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Can a Grandparent File for Custody of a Grandchild?

| Lindsay Hanifan Childs
Family Law Attorney Lindsay H Childs discusses Can a grandparent file for custody of a grandchild? -  Vetrano Vetrano & Feinman

We often hear the question, “Can a grandparent file for custody of a grandchild?” It may seem obvious that parents can file to obtain custody of their child or children. But the question often arises about who else is permitted to do so. On one end of the spectrum is a random stranger, who cannot even file a complaint or petition with the court asking for custody of a child. On the other end of the spectrum is a person who stands in loco parentis to the child, which means that he or she has essentially acted as the child’s parent in all regards, taking on full parenting responsibilities with the consent of the actual parents, and who is permitted to file for custody of the child. But there is a gray area in between, which is where many grandparents today stand.

Pennsylvania law specifically addresses this question by outlining when a grandparent has standing to obtain custody of a grandchild. The term “standing” refers to the ability or authority of an individual to file a document with the court asking for custody of a child. Whether someone has standing to obtain custody of a child depends on their relationship to the child and the specific circumstances of how that relationship started. The state legislature recently expanded the situations in which grandparents can be granted standing in custody cases, due in large part to the opioid epidemic, which has resulted in many grandparents stepping in to take care of their grandchildren.

To obtain primary physical custody or legal custody (i.e., decision-making authority) of a grandchild, the grandparent’s relationship with the child must have begun with the consent of one of the parents or by court order, and the grandparent must be willing to assume responsibility for the child. In addition, one of the following must be true: (1) the child has been determined to be a dependent child by the court; (2) the child is substantially at risk due to parental abuse, neglect, drug or alcohol abuse or incapacity; or (3) the child has resided with the grandparent for at least 12 consecutive months and is removed from the home by the parents.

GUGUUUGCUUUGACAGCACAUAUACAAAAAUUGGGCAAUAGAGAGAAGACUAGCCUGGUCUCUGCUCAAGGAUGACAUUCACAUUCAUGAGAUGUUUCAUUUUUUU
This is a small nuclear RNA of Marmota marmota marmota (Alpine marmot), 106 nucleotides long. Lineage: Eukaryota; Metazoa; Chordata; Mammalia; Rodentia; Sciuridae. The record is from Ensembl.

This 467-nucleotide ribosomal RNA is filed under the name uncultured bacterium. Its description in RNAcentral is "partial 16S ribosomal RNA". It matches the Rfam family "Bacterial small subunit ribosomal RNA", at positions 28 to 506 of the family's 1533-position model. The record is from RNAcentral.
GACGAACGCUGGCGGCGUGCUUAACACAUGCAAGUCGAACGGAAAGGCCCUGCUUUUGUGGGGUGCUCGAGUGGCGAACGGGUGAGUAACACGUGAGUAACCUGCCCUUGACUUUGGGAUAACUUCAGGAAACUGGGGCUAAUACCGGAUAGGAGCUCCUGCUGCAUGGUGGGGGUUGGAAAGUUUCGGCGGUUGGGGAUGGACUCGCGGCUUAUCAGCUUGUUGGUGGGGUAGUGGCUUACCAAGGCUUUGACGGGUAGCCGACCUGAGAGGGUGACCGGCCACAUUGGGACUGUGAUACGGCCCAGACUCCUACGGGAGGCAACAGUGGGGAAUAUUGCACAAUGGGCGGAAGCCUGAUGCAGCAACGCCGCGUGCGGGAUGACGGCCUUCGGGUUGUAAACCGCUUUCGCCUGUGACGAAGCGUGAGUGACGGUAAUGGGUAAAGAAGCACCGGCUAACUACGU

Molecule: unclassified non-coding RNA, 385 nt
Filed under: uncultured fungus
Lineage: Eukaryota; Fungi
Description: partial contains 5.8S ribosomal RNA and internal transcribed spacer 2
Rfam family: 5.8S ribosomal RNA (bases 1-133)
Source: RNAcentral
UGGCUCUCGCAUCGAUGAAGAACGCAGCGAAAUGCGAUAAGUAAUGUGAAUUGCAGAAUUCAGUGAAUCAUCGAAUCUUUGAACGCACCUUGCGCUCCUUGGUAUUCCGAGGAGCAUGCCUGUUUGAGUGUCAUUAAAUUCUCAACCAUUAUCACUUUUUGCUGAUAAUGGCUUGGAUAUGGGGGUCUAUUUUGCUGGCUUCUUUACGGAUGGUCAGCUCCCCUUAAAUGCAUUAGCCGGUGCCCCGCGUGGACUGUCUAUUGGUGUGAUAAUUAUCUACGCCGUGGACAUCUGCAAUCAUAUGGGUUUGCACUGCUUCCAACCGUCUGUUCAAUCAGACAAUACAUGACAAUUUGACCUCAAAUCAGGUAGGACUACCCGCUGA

Grandparents, like any other third party, can also be granted standing to seek custody of their grandchild if neither parent has any form of care and control of the child, and the grandparent can prove a sustained, substantial and sincere interest in the welfare of the child.

If the grandparent is not seeking primary physical or legal custody of a child, and instead only wants partial physical custody or supervised physical custody of the child (sometimes referred to as visitation), then he or she must only prove either that the parent of the child has passed away, or that the grandparents’ relationship with the child began with the consent of a parent or by court order, the parents have started a custody case, and the parents do not agree about whether the grandparent should have custody.

The second step is to determine whether it is in the child’s best interest for the grandparent to have designated custody time with the child or play a part in major decisions regarding the child. This is where the court will review a list of sixteen factors, such as how each party is able to attend to the daily needs of the child, and how each party will foster the relationship between the child and the other parties. These are the same factors that the court would consider in any custody case between two parents.

It is important to understand that even if you are granted standing to file for custody, grandparents have a very high burden to meet before they are actually given custody time. This is because there is a presumption in favor of the child’s parents. But in many circumstances, there are legitimate concerns that enable grandparents to overcome that burden. And as with any custody case, it is also possible for the parties to reach an agreement, without ever needing to appear in court.

To summarize, if you are a grandparent interested in obtaining custody of your grandchild, there are two steps that you must go through. First, the court must determine that you meet the criteria for standing, which will depend on what kind of custody you are seeking. Then, if you are granted standing, the court will determine whether it is in your grandchild’s best interest for you to have custody.

Vetrano | Vetrano & Feinman Family Lawyers Can Help a Grandparent File for Custody of a Grandchild

The family law attorneys at Vetrano | Vetrano & Feinman LLC understand that the dynamics of grandparent custody can be difficult to navigate, and are able to assist you through the legal process. We can help you determine whether you meet the criteria to file for custody, and what the results of a custody action might be. If you are a grandparent who wishes to file for custody of a grandchild, or you have other child custody concerns, contact us today for a consultation with one of our family lawyers.

Vetrano Vetrano & Feinman Attorneys Tony Vetrano, Lindsay Childs, Sarinia Feinman, Kate Vetrano and Donna Marcus

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